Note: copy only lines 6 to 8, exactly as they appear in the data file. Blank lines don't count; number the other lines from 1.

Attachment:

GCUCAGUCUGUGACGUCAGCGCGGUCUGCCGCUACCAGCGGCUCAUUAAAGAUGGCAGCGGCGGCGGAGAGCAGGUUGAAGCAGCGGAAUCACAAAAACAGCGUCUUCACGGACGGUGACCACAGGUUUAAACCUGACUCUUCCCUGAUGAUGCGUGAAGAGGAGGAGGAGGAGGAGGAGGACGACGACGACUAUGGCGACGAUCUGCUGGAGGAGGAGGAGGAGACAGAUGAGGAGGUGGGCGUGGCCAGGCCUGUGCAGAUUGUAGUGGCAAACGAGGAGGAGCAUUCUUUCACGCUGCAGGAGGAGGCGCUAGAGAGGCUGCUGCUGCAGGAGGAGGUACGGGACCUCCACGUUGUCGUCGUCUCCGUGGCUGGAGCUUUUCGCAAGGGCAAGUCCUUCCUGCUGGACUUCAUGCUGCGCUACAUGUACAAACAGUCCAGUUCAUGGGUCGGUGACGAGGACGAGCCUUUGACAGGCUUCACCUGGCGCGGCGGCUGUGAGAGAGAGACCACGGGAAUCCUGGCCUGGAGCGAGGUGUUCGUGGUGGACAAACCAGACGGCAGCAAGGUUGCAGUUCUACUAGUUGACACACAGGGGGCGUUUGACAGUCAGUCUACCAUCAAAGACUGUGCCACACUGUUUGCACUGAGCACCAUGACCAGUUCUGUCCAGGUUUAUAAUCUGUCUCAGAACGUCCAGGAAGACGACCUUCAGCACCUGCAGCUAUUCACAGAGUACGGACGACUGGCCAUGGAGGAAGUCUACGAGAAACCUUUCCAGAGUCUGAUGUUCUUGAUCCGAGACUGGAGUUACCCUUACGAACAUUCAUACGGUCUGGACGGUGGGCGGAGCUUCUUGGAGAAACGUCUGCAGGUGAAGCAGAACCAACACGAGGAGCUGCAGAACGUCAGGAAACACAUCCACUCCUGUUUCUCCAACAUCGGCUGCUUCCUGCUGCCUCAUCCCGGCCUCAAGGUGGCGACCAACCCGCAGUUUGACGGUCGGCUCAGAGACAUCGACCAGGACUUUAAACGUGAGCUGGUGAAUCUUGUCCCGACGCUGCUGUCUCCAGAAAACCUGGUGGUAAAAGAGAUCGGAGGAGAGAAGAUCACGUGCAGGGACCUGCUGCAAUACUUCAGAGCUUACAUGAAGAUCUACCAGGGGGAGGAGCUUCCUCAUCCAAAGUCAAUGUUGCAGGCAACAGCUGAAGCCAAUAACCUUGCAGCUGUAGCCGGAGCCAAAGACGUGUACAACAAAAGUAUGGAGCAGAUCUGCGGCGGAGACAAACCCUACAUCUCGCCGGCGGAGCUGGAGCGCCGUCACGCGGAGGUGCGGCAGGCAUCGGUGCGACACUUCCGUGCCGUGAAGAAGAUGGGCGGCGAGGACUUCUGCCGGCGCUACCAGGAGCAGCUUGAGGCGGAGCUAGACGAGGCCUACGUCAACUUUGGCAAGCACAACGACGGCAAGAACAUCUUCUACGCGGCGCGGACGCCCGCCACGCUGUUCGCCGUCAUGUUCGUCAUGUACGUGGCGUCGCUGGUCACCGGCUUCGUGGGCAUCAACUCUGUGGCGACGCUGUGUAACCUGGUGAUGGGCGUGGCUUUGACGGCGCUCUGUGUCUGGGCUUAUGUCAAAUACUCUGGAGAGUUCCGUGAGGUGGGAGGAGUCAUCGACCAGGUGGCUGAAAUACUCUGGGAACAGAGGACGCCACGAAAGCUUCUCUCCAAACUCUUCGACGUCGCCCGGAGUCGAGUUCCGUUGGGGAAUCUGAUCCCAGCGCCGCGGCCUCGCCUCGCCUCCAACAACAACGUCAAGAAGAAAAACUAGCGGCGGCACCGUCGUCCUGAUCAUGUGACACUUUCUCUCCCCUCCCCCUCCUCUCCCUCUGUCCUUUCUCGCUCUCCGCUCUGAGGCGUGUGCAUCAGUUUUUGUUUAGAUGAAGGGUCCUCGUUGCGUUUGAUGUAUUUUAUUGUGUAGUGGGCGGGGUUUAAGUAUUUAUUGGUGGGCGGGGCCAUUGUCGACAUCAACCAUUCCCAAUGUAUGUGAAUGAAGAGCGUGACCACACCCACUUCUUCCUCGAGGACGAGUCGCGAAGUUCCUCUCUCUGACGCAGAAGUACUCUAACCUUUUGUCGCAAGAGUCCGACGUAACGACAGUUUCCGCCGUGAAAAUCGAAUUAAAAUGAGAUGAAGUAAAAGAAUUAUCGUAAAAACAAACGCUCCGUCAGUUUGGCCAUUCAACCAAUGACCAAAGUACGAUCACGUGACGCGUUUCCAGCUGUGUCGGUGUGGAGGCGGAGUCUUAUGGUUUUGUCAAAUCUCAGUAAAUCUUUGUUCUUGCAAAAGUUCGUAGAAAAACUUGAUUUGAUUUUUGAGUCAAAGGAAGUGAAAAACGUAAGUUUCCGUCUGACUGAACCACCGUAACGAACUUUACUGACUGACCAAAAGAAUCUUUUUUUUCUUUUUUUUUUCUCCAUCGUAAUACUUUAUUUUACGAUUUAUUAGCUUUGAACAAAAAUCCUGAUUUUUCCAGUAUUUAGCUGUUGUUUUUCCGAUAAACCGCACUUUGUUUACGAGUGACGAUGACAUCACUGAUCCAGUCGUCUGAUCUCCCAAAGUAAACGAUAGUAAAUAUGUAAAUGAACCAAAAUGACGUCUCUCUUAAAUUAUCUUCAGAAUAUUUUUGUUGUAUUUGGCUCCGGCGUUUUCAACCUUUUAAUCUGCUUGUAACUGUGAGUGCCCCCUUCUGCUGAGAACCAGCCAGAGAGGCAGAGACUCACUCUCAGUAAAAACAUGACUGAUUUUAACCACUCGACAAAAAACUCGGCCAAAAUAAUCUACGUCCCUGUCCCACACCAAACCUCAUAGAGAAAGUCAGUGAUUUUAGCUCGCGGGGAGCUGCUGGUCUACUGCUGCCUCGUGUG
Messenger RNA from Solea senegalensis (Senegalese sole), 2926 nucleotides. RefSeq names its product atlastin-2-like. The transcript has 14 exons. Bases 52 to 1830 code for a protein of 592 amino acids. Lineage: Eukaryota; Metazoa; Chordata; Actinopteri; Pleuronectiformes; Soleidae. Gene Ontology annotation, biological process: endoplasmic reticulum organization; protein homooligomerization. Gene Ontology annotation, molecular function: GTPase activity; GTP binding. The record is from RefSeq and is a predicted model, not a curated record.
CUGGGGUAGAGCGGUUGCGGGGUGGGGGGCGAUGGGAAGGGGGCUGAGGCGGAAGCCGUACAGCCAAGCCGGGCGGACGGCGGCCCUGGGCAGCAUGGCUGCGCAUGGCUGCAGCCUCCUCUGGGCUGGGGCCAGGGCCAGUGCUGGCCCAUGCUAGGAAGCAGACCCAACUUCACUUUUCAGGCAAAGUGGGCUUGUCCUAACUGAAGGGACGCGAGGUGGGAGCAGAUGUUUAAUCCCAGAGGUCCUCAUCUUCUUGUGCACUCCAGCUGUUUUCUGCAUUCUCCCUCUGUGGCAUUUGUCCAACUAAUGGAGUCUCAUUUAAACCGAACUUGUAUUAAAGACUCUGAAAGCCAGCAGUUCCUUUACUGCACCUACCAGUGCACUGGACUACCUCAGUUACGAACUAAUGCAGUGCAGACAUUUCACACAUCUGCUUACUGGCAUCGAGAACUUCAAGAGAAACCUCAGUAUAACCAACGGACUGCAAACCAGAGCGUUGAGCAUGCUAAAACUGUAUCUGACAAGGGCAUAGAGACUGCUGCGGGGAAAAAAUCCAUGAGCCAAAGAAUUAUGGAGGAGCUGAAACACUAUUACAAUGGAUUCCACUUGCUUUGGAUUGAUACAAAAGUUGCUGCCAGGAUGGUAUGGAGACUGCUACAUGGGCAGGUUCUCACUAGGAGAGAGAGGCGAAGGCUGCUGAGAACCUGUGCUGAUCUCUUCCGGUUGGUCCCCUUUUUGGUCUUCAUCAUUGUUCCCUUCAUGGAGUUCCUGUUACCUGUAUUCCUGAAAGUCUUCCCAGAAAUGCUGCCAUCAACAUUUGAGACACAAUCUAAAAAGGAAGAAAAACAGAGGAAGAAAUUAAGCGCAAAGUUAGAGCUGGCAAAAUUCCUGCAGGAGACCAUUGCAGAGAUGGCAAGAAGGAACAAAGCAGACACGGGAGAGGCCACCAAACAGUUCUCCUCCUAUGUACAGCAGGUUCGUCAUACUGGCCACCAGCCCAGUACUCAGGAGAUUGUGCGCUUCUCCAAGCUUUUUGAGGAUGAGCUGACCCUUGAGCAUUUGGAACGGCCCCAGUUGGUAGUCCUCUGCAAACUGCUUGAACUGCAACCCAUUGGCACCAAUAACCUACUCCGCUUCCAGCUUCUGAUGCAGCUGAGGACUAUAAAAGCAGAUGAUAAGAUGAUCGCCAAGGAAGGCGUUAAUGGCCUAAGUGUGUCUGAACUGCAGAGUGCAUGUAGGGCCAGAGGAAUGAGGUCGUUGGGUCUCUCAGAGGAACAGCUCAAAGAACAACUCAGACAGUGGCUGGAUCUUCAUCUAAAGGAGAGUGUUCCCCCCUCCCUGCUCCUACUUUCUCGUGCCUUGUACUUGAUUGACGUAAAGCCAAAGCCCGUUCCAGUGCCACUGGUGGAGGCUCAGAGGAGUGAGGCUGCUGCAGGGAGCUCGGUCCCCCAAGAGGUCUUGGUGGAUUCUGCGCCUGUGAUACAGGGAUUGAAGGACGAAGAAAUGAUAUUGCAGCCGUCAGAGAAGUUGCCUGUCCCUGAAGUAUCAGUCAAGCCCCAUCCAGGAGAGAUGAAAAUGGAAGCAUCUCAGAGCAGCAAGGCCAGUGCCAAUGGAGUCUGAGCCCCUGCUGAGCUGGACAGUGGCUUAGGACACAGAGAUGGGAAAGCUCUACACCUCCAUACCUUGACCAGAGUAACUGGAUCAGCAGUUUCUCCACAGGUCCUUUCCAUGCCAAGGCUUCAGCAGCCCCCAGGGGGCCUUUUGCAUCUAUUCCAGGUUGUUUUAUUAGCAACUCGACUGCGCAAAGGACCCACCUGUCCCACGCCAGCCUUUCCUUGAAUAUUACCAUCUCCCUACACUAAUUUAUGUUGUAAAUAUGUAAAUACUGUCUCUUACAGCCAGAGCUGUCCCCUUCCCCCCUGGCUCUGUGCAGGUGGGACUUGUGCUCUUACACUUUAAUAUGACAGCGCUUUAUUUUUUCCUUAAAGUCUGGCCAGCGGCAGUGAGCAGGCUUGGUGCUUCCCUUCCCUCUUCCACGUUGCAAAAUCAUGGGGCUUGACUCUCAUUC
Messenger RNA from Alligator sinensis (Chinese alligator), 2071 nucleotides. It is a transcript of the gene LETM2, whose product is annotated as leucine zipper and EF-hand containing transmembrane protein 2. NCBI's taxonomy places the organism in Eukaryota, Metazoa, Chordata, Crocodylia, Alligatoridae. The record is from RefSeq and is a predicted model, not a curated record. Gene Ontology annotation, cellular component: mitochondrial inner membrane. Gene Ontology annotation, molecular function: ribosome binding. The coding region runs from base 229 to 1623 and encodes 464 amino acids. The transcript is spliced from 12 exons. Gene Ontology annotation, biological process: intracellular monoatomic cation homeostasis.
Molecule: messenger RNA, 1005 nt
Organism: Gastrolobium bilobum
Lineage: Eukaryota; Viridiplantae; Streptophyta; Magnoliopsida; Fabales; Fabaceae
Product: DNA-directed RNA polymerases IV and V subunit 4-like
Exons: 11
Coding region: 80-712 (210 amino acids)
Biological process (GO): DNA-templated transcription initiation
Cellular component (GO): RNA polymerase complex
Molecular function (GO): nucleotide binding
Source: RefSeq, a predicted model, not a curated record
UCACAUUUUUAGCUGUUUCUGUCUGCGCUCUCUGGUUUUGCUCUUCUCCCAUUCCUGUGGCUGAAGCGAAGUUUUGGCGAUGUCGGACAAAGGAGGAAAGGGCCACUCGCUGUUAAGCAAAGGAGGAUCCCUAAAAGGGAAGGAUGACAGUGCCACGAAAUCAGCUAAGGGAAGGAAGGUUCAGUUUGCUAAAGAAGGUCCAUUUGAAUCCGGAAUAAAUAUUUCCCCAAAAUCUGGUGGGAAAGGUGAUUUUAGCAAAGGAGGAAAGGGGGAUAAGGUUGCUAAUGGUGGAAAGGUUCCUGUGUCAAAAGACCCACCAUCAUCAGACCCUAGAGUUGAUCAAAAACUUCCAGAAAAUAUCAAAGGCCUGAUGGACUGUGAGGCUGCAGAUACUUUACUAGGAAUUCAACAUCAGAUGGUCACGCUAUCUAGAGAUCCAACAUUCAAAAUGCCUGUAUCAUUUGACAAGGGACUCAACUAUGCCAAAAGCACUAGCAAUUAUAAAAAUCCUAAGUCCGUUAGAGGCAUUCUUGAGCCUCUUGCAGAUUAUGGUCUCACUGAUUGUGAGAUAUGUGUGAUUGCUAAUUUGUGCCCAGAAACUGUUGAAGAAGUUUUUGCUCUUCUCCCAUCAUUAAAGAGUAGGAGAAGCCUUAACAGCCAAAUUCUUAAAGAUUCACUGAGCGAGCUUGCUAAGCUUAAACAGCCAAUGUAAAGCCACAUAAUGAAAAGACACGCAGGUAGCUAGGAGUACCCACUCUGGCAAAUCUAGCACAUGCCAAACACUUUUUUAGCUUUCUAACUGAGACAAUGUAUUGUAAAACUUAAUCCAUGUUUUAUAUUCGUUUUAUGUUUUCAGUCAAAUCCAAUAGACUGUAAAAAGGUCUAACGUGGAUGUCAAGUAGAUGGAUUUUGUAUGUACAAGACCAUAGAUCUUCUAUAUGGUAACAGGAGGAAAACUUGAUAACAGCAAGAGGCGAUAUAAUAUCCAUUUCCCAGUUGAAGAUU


Organism: Gastrolobium bilobum
Lineage: Eukaryota; Viridiplantae; Streptophyta; Magnoliopsida; Fabales; Fabaceae
Product: DNA-directed RNA polymerases IV and V subunit 4-like